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  1. #11

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    Your Componon is good for the normal range, up to 20x, but this isn't written in stone because it is up to you to decide when it starts to fall apart. If you are going much much larger than that then you are better off using the Micro-Nikkor or getting a lens that is designed for big enlargements like the Rodagon-G. In the end though it will be up to you to decide what is good enough. The most important thing you can do regardless of the lens you use is to make sure your enlarger is properly aligned. I cannot stress that enough.

    Personally I would encourage you to do whatever you want. They are your images. I have seen some pretty phenomenal enlargements from normal 35mm like Tri-X. The limit is in the printer not in the film. Don't let anyone discourage you from going large.

  2. #12

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    You can project large horizontal projections if wanted onto mural paper. I’ve seen mural prints on 50” wide mural paper from 35mm negatives using a standard enlarging lens. This exceeds the usual magnification by quite a bit. When viewed from a sufficient distance the prints look reasonable for such a magnification.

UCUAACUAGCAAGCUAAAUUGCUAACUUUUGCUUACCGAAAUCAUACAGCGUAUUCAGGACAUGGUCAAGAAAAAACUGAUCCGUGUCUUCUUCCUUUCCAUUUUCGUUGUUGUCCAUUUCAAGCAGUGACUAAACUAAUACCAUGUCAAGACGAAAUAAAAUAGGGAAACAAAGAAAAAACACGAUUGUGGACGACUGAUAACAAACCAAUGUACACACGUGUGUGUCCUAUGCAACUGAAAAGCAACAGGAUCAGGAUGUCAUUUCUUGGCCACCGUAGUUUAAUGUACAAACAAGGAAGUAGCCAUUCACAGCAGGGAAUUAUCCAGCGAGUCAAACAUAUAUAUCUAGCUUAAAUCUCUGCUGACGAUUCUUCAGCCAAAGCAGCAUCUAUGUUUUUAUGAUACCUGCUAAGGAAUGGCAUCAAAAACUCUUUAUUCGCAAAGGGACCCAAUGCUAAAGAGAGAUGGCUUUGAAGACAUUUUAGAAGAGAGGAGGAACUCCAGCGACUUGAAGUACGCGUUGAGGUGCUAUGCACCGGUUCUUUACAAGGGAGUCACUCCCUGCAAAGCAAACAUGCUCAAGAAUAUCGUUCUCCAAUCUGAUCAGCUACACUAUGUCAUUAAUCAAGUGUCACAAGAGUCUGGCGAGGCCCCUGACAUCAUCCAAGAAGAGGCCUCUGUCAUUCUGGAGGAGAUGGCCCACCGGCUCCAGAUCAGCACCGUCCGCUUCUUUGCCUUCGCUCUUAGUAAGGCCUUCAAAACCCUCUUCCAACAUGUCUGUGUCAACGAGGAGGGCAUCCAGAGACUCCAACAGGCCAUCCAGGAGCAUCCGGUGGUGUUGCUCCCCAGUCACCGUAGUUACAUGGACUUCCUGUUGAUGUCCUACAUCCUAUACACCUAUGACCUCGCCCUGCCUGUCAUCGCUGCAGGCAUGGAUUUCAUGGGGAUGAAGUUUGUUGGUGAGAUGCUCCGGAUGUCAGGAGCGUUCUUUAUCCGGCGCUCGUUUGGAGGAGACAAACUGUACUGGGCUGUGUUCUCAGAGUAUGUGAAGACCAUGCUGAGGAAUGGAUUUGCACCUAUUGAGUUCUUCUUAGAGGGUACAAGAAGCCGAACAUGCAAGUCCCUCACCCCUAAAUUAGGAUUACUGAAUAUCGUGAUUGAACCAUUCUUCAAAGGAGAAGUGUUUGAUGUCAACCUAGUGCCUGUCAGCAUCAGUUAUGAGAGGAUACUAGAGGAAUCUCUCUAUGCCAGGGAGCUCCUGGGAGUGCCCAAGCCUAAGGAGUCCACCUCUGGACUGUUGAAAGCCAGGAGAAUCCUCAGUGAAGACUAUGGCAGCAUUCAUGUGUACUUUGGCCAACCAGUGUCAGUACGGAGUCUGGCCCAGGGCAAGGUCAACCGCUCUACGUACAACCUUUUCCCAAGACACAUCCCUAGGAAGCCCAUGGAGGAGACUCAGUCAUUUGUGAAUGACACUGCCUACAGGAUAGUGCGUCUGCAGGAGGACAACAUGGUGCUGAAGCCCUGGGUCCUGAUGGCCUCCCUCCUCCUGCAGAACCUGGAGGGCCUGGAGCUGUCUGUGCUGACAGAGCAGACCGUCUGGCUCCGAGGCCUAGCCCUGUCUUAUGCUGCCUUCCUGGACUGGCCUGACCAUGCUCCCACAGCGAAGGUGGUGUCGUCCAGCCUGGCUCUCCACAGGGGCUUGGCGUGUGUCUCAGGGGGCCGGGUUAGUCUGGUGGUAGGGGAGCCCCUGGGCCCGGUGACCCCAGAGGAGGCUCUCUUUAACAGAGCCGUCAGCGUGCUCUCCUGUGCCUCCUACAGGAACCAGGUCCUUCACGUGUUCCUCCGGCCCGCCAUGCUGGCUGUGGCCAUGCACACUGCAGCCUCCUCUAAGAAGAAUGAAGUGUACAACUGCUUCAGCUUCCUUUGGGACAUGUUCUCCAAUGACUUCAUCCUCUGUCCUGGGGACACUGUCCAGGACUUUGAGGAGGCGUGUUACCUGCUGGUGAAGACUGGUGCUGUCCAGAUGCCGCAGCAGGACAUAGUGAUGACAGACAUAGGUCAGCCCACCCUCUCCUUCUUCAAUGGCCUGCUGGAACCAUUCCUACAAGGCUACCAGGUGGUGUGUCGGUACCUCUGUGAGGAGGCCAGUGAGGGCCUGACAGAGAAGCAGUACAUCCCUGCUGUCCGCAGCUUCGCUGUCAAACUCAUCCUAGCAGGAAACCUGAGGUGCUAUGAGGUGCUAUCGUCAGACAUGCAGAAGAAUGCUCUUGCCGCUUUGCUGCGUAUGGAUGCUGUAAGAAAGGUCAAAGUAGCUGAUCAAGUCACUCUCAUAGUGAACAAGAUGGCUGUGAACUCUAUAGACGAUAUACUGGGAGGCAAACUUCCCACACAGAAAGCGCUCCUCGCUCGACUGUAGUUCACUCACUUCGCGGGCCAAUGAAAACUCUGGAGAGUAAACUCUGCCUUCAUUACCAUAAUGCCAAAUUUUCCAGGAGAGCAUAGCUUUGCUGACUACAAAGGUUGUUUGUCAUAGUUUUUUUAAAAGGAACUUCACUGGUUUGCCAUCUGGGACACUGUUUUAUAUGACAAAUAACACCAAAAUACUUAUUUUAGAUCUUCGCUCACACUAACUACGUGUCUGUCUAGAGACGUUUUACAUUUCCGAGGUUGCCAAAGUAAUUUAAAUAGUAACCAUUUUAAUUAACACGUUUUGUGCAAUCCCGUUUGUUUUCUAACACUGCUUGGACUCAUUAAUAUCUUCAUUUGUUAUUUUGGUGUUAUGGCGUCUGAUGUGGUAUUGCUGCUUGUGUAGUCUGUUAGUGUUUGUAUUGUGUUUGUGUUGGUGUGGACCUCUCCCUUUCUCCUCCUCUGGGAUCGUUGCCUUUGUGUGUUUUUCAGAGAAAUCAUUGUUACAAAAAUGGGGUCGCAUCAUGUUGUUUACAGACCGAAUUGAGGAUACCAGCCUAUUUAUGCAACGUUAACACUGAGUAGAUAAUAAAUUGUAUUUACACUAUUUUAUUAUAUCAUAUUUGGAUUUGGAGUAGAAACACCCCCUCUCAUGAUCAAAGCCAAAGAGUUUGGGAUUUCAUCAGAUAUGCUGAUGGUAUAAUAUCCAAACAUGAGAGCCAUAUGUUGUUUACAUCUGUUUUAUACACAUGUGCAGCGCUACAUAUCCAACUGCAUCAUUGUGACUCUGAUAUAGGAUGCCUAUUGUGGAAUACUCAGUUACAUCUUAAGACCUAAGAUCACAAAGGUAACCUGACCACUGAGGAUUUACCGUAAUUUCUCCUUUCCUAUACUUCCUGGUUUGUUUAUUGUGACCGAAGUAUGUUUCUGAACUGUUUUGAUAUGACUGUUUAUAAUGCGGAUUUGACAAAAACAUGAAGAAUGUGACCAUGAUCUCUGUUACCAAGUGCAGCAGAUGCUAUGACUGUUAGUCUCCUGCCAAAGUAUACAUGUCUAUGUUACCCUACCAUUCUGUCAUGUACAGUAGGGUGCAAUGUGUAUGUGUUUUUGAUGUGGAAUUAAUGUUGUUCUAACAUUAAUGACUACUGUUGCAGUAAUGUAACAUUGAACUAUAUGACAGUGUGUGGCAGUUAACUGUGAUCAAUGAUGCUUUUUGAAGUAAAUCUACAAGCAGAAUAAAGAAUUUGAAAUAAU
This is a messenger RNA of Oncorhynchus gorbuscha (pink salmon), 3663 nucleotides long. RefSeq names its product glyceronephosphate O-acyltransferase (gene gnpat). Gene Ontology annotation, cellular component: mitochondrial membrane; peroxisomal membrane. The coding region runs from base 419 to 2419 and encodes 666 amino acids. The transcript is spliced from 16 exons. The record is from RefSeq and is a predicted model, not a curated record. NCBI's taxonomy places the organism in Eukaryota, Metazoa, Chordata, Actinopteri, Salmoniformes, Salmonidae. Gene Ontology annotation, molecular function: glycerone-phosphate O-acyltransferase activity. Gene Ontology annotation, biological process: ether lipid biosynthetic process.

According to Schneider’s data for the 50/2.8 Componon-S, it makes acceptably accurate projections from 2X to 20X. Since the short dimension of a typical 35mm negative carrier is about 23.8mm, a 20X projection of the short side is about 746mm = 18.7”. This requires about 1102mm from negative to print.

    A better choice for large projections of a 35mm negative is the 50/2.8 Rodagon G (G = “grand” magnification). According to the Rodenstock data for the 50/2.8 Rodagaon G, its useful range is 15X to 50X with 25X being optimum.

    At 50X the projection of the short dimension of the opening in the carrier is 1190mm = 46.9”. The negative-to-print distance is about 2601mm. The Rodagon G is no longer made, but can be found used.

    If you want to use a Micro Nikkor on your enlarger you’ll need a way to mount it. This can be done with the Nikon K3 custom F-mount adaptor (provided that your enlarger has room for the mount).

    http://www.bhphotovideo.com/c/produc...n_Bayonet.html

    Note: B&H photographed the K3 from the rear.

  3. #13
    Rick A's Avatar
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    Of course, you don't mention what enlarger you will be using. There is no sense blowing up negatives on a machine that isn't sturdy as hell. You should try to mount the enlarger so it is isolated from any sort of vibration that could cause slight blur, especially at magnifications as large as you intend. Even older analog timers sitting on the counter next to an enlarger could possibly initiate enough vibration to cause a print to lose sharpness.
    Rick A